This year’s legislative session has issued some severe challenges and devastating losses. With the recent passage of Senate Bill 20, an egregious 12-week abortion ban that includes near-insurmountable barriers to abortion at all stages, we are feeling the impact of increasing attacks on our civil rights and liberties.
The attempts to limit bodily autonomy and personal freedoms do not stop with abortion. Those same politicians who are trying to erase our access to reproductive health care are also targeting the rights of transgender people to exist in public spaces and receive critical gender-affirming health care.
The “crossover” deadline was May 4, meaning that all bills introduced in one chamber had to pass in that chamber and cross over to the other by that date in order to be considered in this legislative session. Among those bills that crossed over are several targeting transgender youth and adults. Here are the ones to watch out for:
Limitations on Gender Affirming Care
House Bill 808 would make it illegal for doctors to perform gender-affirming surgery on minors. While the most harmful provisions of this bill — ones that blocked trans youth from accessing critical health care services, such as puberty blockers and hormone therapy — have been removed, this bill relies on misinformation about transgender health care and serves only to stir up transphobic rhetoric. Additionally, legislators added an amendment banning state funding for any “gender transition procedures,” which could prevent trans youth from accessing broader gender-affirming health care if they have state-funded insurance.
Gender-affirming care is evidence-based and medically necessary. Transgender youth who are affirmed in their gender through supportive families and medical providers have health outcomes comparable to their non-transgender peers. By contrast, when denied treatment and affirmation, transgender youth experience high rates of suicidality and negative health outcomes. Trans youth deserve to access the health care they need to lead full, healthy lives.
Restrictions on Transgender Participation in Sports
Several different bills have been introduced in both chambers that would require participation in school team sports to be based on “biological sex,” essentially preventing transgender students from competing on sports teams that align with their gender identity, including Senate Bill 631 and House Bill 574. Each of these bills defines “biological sex” as “based solely on the student's reproductive biology and genetics at birth.”
HB 574 also bans trans girls from playing on girls’ sports teams, but goes even further as it extends the biological sex requirements to higher education, including the UNC system, community colleges, and private universities in North Carolina. Additionally, while SB 631 only forbids trans women from participating on women’s sports teams, HB 574 also excludes trans men from participating in men’s sports.
Senate Bill 636 included a similar ban on trans students’ participation in sports, but that section has been removed from the current version. However, the bill changes the way high school sports are governed. Currently, official rules and standards for high school sports are determined by the NCHSAA, a nonprofit with a Board of Directors made up of school and athletic administrators statewide. This bill would remove authority from the NCHSAA and give it to the state Board of Education, allowing the state to implement harsher rules for trans athletes.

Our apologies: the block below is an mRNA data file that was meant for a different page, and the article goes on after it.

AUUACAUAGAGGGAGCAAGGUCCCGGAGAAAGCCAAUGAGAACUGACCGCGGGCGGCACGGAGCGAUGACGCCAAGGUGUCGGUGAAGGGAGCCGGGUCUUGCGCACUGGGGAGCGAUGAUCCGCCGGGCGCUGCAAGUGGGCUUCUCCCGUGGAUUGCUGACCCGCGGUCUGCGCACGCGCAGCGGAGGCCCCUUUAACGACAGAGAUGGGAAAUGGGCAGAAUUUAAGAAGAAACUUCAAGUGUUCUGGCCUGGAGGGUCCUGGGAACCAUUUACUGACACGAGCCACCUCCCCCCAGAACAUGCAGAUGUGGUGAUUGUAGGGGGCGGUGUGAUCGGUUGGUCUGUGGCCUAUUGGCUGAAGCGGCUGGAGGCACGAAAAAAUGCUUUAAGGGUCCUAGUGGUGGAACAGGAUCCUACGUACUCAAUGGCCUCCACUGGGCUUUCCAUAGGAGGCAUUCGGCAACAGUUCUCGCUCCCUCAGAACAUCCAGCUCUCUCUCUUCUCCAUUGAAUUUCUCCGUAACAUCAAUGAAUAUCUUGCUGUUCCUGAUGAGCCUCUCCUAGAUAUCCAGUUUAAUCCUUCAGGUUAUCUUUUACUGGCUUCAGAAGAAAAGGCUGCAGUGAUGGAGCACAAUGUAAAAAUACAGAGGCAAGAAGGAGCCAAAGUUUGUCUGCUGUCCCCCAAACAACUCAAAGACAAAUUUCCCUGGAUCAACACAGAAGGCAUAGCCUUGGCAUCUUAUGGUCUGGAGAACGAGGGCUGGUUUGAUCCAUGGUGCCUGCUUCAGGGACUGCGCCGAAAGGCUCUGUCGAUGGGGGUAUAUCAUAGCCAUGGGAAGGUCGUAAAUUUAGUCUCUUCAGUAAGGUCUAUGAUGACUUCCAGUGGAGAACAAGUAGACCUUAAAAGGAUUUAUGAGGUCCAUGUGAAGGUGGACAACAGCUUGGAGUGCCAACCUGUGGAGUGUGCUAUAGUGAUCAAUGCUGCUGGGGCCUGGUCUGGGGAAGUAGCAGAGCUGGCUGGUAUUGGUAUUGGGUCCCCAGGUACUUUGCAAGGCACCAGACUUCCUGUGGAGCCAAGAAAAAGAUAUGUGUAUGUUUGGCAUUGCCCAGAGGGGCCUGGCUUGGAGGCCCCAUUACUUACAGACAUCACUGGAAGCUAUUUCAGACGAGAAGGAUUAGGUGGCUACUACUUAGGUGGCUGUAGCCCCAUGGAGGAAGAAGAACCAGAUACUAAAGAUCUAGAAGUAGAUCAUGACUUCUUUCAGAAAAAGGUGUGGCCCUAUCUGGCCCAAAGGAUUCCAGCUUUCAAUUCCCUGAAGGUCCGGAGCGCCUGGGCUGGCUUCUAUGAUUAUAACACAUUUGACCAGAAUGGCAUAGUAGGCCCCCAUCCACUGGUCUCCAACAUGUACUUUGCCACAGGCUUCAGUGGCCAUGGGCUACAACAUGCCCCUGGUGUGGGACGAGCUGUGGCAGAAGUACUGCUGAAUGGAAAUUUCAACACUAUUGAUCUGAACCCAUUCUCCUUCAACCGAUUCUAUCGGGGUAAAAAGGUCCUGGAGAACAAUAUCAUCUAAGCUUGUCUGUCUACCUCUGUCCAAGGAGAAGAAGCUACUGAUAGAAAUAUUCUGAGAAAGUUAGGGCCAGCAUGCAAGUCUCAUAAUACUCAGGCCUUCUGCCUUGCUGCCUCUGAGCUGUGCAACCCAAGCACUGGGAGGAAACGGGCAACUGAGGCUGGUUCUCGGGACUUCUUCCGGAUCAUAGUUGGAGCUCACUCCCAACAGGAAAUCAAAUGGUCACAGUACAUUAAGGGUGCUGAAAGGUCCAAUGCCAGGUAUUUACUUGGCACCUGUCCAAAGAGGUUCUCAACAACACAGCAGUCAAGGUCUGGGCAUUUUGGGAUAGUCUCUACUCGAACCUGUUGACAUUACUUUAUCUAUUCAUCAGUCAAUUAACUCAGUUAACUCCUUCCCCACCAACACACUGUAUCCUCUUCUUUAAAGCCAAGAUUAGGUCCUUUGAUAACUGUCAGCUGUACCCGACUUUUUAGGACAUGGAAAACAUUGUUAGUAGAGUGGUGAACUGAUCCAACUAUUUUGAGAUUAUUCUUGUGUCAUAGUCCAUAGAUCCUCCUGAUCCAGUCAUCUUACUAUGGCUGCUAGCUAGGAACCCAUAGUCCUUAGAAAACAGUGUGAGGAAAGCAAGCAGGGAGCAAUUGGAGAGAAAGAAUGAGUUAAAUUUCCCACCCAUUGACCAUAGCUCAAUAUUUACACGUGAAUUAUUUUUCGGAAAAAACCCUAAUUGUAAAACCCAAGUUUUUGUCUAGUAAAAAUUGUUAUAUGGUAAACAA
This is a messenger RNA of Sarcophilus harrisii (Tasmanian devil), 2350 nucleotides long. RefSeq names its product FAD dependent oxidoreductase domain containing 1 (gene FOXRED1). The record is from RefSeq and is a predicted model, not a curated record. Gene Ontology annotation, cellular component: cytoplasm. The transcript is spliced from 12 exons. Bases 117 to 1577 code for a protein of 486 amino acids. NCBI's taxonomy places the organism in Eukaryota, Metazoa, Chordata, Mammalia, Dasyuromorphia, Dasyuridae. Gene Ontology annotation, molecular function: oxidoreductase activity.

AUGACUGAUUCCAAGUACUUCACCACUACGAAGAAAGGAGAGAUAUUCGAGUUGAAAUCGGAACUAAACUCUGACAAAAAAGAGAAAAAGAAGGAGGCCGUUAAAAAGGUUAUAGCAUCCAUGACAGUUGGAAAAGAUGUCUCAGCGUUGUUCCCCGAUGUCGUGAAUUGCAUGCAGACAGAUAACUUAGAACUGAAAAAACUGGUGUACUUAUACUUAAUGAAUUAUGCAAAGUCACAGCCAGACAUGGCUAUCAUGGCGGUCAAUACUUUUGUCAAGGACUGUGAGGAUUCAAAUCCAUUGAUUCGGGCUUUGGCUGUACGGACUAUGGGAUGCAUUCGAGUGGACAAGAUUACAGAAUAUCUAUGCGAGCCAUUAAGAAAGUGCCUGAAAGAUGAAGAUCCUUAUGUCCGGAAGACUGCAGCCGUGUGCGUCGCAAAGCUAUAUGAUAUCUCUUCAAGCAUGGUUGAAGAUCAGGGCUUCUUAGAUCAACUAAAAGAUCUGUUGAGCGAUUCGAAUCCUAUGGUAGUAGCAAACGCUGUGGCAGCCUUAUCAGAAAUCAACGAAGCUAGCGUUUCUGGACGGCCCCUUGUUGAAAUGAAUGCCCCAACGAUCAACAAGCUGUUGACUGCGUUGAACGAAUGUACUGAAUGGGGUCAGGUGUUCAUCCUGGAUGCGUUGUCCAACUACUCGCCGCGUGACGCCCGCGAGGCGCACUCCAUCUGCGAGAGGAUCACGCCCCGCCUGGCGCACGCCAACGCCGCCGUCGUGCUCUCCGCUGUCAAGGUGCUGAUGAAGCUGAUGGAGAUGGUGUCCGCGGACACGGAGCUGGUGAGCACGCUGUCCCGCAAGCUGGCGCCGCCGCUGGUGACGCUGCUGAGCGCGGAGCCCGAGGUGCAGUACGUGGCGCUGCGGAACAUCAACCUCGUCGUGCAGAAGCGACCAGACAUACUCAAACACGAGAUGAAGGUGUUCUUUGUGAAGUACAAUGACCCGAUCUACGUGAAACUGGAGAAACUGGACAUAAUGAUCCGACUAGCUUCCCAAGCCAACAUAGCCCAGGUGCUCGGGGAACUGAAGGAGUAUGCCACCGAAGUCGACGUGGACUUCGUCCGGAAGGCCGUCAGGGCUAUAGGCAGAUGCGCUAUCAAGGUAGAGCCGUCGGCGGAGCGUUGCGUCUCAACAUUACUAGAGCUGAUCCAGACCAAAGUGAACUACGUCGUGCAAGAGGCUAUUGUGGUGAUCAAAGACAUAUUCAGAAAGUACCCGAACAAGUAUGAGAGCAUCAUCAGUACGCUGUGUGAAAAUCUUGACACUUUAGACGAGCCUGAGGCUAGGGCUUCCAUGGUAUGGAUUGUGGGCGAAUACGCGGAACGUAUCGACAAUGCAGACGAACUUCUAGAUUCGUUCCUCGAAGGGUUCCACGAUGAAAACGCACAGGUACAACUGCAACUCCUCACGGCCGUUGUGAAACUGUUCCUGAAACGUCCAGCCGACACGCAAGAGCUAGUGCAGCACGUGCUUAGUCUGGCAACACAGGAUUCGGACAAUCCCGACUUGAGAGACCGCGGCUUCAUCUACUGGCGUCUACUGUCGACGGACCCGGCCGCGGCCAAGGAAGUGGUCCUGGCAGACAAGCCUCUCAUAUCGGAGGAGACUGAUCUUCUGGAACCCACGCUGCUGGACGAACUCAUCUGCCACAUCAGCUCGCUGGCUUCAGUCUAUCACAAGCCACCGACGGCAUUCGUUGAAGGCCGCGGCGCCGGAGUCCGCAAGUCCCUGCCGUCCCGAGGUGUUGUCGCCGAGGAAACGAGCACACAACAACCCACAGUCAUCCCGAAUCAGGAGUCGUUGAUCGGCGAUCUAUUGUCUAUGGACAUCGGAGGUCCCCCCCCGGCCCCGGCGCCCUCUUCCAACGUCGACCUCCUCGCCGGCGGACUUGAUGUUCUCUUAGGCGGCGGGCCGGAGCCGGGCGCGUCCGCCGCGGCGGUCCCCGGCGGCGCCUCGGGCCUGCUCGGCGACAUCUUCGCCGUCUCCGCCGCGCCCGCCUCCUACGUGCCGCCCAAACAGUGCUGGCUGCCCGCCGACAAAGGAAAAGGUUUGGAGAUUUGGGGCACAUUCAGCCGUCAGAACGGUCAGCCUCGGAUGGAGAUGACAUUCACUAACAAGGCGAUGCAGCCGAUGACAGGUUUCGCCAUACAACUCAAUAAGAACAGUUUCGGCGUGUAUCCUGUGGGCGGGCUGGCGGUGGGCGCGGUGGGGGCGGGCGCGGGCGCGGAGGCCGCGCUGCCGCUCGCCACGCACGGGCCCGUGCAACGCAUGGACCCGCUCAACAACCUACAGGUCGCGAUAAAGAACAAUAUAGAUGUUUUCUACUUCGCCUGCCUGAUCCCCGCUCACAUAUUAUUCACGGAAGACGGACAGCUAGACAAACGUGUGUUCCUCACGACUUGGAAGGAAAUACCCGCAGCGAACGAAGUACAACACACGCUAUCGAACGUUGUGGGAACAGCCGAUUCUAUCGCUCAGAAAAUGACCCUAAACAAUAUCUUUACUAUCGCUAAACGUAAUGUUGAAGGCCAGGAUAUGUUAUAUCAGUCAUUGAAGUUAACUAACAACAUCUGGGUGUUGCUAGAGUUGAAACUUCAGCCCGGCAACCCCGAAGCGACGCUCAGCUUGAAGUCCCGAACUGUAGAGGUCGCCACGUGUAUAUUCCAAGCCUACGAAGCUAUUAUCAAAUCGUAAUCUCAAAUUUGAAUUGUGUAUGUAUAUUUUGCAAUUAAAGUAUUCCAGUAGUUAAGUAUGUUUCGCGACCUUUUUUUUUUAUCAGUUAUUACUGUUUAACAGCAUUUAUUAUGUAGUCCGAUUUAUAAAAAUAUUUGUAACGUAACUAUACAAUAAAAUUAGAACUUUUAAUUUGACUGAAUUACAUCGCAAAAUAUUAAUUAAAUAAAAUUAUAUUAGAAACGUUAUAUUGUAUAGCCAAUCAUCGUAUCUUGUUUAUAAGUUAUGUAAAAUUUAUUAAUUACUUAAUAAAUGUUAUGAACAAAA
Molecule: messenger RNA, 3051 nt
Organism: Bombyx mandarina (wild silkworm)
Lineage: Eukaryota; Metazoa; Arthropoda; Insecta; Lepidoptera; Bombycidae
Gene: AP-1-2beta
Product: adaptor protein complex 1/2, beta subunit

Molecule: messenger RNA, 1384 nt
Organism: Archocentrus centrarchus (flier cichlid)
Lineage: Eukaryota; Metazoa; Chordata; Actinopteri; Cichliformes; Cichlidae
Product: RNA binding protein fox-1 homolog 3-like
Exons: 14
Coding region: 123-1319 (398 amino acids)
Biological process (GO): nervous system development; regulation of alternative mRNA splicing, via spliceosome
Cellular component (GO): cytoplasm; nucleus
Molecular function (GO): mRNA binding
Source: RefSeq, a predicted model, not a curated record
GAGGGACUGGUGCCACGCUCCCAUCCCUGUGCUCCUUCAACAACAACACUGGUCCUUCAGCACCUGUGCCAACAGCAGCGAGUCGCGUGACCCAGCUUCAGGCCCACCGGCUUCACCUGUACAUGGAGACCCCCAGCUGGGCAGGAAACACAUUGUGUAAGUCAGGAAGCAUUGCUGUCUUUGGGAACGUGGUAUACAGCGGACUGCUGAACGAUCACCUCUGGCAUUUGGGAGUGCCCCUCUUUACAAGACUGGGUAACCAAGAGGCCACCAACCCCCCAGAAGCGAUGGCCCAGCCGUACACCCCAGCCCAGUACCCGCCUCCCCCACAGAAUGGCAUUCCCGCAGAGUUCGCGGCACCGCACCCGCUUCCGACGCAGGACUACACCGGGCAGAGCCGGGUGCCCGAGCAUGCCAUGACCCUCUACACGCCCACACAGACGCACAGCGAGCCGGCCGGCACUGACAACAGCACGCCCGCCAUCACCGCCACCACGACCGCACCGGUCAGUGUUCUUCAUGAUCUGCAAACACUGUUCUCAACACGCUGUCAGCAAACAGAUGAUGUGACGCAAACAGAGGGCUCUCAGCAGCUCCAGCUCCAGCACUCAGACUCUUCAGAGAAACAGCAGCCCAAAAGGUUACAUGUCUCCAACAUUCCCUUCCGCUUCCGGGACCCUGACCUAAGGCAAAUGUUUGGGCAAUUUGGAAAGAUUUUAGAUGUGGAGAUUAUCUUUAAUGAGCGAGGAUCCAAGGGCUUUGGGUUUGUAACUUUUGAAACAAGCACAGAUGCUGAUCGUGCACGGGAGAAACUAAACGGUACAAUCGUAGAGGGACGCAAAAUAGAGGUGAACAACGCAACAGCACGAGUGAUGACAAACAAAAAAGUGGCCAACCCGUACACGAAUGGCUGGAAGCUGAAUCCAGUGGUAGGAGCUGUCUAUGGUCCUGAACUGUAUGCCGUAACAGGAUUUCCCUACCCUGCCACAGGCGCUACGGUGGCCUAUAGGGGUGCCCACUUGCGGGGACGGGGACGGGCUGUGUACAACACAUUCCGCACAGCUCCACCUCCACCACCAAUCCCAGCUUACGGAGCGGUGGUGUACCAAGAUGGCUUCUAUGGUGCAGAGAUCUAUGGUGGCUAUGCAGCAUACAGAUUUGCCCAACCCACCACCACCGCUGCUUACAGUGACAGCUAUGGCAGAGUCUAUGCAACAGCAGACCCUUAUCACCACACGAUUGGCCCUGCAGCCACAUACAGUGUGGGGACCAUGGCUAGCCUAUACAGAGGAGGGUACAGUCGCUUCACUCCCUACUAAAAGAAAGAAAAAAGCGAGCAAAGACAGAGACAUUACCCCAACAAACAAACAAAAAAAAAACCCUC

Trans students participate in sports for the same reasons other young people do: to challenge themselves, improve fitness, and be part of a team. Efforts to ban trans students from participating in sports that align with their gender identity jeopardize their mental health, physical well-being and ability to access educational opportunities comparable to their peers.
Transgender Discrimination in Schools
All students, including LGBTQ students, just want to be safe at school. Senate Bill 49 forces educators to push children who confide in them to share that information with their parents, and in some cases requires the teachers to notify the parents, even if they know the parents will not be supportive. It specifically requires school officials to notify parents if their child is choosing to go by a different name or pronoun at school, effectively outing students against their will. The bill also unnecessarily stigmatizes conversations about gender and sexuality in primary schools, which are already not in the curriculum.
Building trusted relationships with teachers is a foundational part of a child’s education. Requiring school employees to categorically out students who question their gender identity is a serious violation of student privacy. While many parents are supportive, this bill puts students at risk who fear mistreatment from disapproving parents. It also drives young people away from trusted adults with whom they may feel more comfortable discussing sensitive subjects.
These bills demonstrate a coordinated campaign to ostracize trans youth and push them out of public life. But they won’t stop youth from being trans, they will only make it harder for trans kids to access the support, education and community that all young people deserve. The combination of these attacks — in schools, in sports, in healthcare — leave many trans youth with few places to turn for support.
We will continue to monitor the progress of these bills and push back against anti-transgender discrimination in the legislature. The ACLU of North Carolina is part of a national movement to prevent further harm to the LGBTQ community. We believe in a person’s right to bodily autonomy, and we will work in the courts, in the legislature, and in the streets to secure these fundamental freedoms.